Zagorski was president of Industrial Designers Education Association (IDEA) in 1963. In 1965 he became a Fulbright Scholar and lectured for one year in New Zealand and became an Honorary Member of the Designers Institute of New Zealand (DINZ). In 1979 he was named a Fellow in the Industrial Designers Society of America (IDSA). He was awarded a National Endowment for the Arts to write a series of articles on basic design, and in 1985 appeared in an article in the Smithsonian on creativity in the classroom. In 1986 the University of Alberta, Canada, awarded him the Distinguished Visiting Professor of the Endowment Fund for the Future "because of his contribution to the development of industrial design on this continent that has been far and wide since his appointment at the University of Illinois at Champaign." In 1989 he received the Education Award for Excellence in Teaching from the IDSA. He wrote many articles about innovation and has conducted workshops and lectured in New Zealand, Australia, Canada, Mexico, Poland, Russia, Italy and the Netherlands. In 2011 he published his 600-page personal memoir on his life and Industrial Design. On the cover is the title, "Get Ten Eagles," Edward J. Zagorski, "an anecdotal, serendipitous, pedagogical history of industrial design, with special emphasis on assignments given, and on the students teachers, and designers imbued with an aura of creativity and passion to solve them."

In Zagorski's book, "Get Ten Eagles," Ed acknowledged that I was a prime mover in his life. He attended my family weddings, Bar Mitzvahs, black tie events and company Christmas parties. Ed was a fabulous dancer and never

left the floor for the evening, dancing with all the female employees, young and old. When Ed was 75 he and Vee came on a rafting trip with me and 14 others in the Grand Canyon. It was a trip that created a memory that Ed said "never fades." I never let Ed out of my life. We were constantly in touch with letters, emails, texts, personal visits, parties and constant phone calls. Ed said that teaching is a passion and its highest reward is when a student thanks a teacher for what they have learned. Ed always recalled my words that he didn't just teach us design, he taught us how to live.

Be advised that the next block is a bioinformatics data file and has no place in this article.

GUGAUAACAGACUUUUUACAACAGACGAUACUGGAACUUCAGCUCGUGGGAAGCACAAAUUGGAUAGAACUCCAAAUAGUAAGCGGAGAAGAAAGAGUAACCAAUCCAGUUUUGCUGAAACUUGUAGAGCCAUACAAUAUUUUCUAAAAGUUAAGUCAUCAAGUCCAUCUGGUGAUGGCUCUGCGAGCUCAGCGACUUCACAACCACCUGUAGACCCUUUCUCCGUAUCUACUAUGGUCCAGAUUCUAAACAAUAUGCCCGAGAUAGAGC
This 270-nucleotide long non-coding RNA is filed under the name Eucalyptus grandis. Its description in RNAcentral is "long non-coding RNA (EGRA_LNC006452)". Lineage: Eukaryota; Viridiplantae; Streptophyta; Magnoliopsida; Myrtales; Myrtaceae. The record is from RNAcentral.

Thank you my dear friend for the gift of you. There is a big hole in my heart. I loved you for all of the 57 years we shared together and I will miss you for the rest of my life. J.B.

The Ed Zagorski Visitors Fund, established in Ed's honor in 2010, is used to enhance student's education within the College of Fine and Applied Arts at the University of Illinois at Urbana-Champaign.

Memorial contributions may be made online to the Ed Zagorski Visitors Fund

(336349) in the School of Art + Design at the University of Illinois Urbana-Champaign by visiting https://art.illinois.edu/index.php/giving, choose "other" and fill in the Fund name and number, or checks can be sent to University of Illinois Foundation, P.O. Box 734500, Chicago, IL 60673-4500 with the Fund name and number on the memo line

To plant trees in memory, please visit our Sympathy Store.
Published by Chicago Tribune on Jan. 17, 2021.
MEMORIAL EVENTS
No memorial events are currently scheduled.
To offer your sympathy during this difficult time, you can now have memorial trees planted in a National Forest in memory of your loved one.
MAKE A DONATION
MEMORIES & CONDOLENCES
Add a Message


Not sure what to say?



7 Entries
Thank you Ed, the world's a better place thanks to your creative life!
Steve Flack
Student
March 4, 2021
Not only was my dad, Ed Klein, a design classmate of Ed Z's at Illinois, I was a student of his many years later. He will be greatly missed.
Lew Klein
January 19, 2021
My deepest sympathy for your loss. Ed was a teacher, mentor and friend. I have many fond memories from my time at U of I and as his neighbor for two years.
Daniel Kovacevic
January 18, 2021
Ed was a GREAT fellow and fun person too. I graduated from university of Illinois in 1979. He was a very good person. Very sad. Best, mark Swimmer.
Mark swimmer
January 18, 2021
We are keeping you all in our thoughts. Uncle Ed is bringing his artistic craft to the great beyond!
Spence and Amy Wagner
January 17, 2021
In 1983, as a student at Columbia College of Chicago, my corporate design professor was a former student of my Uncle Ed. It was because of my dear Uncle that I was held to a higher standard. He set the bar fusion many people. I will truly miss him.
Peter Zagorski
January 17, 2021
What a wonderful obituary and life! He was amazing!
Michael Breslow
January 17, 2021